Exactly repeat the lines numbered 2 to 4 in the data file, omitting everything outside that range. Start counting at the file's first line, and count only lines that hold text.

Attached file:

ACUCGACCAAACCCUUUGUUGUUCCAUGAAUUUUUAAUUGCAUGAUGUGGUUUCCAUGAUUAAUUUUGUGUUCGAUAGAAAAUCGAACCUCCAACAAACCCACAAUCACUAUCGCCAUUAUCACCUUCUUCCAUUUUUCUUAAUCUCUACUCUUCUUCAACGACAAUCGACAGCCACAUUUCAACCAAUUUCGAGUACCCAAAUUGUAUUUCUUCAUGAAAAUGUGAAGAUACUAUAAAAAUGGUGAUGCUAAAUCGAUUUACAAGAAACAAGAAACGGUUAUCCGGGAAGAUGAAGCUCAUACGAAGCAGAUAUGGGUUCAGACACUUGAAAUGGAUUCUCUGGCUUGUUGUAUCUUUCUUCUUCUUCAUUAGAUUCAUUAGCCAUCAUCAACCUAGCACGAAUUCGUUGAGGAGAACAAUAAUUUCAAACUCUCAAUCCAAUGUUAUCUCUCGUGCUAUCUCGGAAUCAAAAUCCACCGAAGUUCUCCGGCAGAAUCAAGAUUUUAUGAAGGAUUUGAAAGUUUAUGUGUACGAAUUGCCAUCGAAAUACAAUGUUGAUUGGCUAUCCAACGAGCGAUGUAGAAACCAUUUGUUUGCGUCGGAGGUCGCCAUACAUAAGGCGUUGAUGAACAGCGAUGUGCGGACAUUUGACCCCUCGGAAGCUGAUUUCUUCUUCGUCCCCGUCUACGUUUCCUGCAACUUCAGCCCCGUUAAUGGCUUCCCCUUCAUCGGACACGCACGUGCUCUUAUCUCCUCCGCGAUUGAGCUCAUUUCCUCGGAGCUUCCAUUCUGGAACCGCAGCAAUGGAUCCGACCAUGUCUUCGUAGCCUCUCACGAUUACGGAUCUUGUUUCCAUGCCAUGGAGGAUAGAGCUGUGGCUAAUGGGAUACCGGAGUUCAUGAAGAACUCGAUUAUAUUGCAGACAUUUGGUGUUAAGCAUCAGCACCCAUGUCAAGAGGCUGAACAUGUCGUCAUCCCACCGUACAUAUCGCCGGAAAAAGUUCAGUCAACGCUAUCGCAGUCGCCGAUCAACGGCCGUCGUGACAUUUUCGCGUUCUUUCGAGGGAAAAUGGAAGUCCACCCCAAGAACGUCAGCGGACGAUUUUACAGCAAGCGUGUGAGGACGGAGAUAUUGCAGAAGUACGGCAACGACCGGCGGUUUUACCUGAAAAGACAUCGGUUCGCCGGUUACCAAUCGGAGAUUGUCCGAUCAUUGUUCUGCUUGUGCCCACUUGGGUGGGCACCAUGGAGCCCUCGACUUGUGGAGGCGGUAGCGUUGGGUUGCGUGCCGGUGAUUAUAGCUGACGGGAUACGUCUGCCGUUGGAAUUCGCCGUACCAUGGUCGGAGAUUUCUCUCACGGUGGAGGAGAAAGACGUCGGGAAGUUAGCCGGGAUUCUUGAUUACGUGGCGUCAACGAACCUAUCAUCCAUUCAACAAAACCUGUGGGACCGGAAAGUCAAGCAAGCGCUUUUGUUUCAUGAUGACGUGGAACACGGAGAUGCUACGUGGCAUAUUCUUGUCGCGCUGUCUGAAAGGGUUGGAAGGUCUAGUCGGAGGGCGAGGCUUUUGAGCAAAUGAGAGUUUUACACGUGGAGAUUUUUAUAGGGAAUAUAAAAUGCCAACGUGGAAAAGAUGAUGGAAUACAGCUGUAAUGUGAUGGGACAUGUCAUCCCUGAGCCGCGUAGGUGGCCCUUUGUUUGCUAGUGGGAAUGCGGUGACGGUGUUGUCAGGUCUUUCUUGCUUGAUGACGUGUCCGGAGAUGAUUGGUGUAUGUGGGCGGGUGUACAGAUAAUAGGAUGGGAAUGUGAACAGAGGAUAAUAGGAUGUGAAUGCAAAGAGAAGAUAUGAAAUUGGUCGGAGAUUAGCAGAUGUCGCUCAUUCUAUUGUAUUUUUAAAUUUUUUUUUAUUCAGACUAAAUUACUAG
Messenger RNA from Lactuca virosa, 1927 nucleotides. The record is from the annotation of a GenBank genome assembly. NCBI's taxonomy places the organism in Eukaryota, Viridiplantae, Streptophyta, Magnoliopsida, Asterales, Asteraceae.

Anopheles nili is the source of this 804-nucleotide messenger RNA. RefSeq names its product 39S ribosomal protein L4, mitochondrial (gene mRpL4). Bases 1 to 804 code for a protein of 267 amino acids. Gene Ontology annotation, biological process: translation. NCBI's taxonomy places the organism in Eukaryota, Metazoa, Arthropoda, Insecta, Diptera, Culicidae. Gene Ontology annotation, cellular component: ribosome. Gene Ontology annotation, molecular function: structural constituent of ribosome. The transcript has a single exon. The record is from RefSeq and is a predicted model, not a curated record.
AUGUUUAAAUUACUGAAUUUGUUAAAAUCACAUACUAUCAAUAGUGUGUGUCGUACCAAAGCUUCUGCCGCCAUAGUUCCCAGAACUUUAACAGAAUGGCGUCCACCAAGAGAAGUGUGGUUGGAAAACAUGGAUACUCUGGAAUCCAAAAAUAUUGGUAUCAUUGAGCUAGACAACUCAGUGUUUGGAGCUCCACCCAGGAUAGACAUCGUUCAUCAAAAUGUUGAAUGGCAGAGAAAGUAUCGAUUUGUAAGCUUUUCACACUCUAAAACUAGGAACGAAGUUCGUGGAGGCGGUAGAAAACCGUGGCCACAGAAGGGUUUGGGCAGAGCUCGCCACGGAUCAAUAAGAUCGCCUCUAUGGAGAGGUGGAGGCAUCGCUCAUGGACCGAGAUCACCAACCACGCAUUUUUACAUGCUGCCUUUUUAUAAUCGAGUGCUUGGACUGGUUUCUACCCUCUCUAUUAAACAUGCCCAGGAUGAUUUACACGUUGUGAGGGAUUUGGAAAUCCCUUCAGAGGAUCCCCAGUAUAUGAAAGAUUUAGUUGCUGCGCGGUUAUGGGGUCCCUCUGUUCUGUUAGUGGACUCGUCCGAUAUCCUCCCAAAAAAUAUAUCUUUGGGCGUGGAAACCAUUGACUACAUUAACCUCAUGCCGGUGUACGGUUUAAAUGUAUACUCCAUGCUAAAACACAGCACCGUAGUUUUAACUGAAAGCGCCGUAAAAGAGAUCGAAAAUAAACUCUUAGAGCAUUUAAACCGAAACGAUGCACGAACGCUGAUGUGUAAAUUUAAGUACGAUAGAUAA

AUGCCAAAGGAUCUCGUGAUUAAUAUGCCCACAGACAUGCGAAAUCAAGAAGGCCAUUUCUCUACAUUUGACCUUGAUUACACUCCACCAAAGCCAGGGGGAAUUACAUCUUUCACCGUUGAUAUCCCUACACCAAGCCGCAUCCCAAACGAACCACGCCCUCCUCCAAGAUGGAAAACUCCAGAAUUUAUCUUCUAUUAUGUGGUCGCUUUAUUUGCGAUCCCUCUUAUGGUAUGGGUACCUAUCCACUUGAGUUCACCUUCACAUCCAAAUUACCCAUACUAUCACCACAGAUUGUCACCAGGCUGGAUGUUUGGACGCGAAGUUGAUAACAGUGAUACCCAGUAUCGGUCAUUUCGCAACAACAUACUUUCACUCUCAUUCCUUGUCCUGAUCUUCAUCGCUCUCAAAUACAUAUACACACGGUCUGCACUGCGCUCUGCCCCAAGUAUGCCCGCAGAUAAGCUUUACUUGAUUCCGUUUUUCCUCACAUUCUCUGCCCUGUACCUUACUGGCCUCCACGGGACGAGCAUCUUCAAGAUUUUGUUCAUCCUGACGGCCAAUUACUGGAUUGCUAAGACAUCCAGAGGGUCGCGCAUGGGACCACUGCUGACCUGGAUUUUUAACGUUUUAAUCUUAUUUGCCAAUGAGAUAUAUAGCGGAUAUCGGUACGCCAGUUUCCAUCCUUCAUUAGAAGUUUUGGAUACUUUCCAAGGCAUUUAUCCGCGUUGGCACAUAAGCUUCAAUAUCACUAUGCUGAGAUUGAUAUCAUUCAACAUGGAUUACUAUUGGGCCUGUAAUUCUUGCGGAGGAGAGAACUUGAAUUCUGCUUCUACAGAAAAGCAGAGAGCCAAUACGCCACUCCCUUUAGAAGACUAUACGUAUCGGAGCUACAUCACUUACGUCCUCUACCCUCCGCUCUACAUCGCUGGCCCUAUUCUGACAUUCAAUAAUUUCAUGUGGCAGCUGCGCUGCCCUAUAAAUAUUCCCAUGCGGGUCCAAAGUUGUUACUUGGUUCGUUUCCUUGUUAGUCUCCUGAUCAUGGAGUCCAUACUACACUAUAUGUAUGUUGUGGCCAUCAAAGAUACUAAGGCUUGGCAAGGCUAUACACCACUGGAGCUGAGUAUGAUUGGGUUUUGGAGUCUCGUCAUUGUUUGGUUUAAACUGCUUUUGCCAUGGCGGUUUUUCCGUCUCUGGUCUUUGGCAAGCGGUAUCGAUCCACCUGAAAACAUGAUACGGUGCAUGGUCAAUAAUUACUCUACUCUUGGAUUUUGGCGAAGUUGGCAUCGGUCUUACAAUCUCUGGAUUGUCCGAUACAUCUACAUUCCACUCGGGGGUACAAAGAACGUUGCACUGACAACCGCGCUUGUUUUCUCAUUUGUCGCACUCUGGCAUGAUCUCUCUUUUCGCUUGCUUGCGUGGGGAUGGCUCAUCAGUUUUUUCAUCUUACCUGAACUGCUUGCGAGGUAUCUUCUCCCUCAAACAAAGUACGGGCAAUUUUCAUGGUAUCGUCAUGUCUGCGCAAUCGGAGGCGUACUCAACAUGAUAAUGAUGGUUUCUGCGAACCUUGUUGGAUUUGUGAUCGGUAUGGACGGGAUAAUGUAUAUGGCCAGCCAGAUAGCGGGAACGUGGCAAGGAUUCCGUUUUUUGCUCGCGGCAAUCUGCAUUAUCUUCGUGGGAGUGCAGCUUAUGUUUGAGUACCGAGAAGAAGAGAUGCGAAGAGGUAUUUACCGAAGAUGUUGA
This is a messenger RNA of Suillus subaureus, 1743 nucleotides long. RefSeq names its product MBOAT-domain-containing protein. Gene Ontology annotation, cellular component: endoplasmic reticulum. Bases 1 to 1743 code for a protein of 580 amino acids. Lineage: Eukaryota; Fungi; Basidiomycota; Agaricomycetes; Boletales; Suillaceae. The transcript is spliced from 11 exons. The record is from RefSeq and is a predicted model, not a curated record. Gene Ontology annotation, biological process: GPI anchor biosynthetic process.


Messenger RNA from Lactuca virosa, 1927 nucleotides. The record is from the annotation of a GenBank genome assembly. NCBI's taxonomy places the organism in Eukaryota, Viridiplantae, Streptophyta, Magnoliopsida, Asterales, Asteraceae.

Anopheles nili is the source of this 804-nucleotide messenger RNA. RefSeq names its product 39S ribosomal protein L4, mitochondrial (gene mRpL4). Bases 1 to 804 code for a protein of 267 amino acids. Gene Ontology annotation, biological process: translation. NCBI's taxonomy places the organism in Eukaryota, Metazoa, Arthropoda, Insecta, Diptera, Culicidae. Gene Ontology annotation, cellular component: ribosome. Gene Ontology annotation, molecular function: structural constituent of ribosome. The transcript has a single exon. The record is from RefSeq and is a predicted model, not a curated record.
AUGUUUAAAUUACUGAAUUUGUUAAAAUCACAUACUAUCAAUAGUGUGUGUCGUACCAAAGCUUCUGCCGCCAUAGUUCCCAGAACUUUAACAGAAUGGCGUCCACCAAGAGAAGUGUGGUUGGAAAACAUGGAUACUCUGGAAUCCAAAAAUAUUGGUAUCAUUGAGCUAGACAACUCAGUGUUUGGAGCUCCACCCAGGAUAGACAUCGUUCAUCAAAAUGUUGAAUGGCAGAGAAAGUAUCGAUUUGUAAGCUUUUCACACUCUAAAACUAGGAACGAAGUUCGUGGAGGCGGUAGAAAACCGUGGCCACAGAAGGGUUUGGGCAGAGCUCGCCACGGAUCAAUAAGAUCGCCUCUAUGGAGAGGUGGAGGCAUCGCUCAUGGACCGAGAUCACCAACCACGCAUUUUUACAUGCUGCCUUUUUAUAAUCGAGUGCUUGGACUGGUUUCUACCCUCUCUAUUAAACAUGCCCAGGAUGAUUUACACGUUGUGAGGGAUUUGGAAAUCCCUUCAGAGGAUCCCCAGUAUAUGAAAGAUUUAGUUGCUGCGCGGUUAUGGGGUCCCUCUGUUCUGUUAGUGGACUCGUCCGAUAUCCUCCCAAAAAAUAUAUCUUUGGGCGUGGAAACCAUUGACUACAUUAACCUCAUGCCGGUGUACGGUUUAAAUGUAUACUCCAUGCUAAAACACAGCACCGUAGUUUUAACUGAAAGCGCCGUAAAAGAGAUCGAAAAUAAACUCUUAGAGCAUUUAAACCGAAACGAUGCACGAACGCUGAUGUGUAAAUUUAAGUACGAUAGAUAA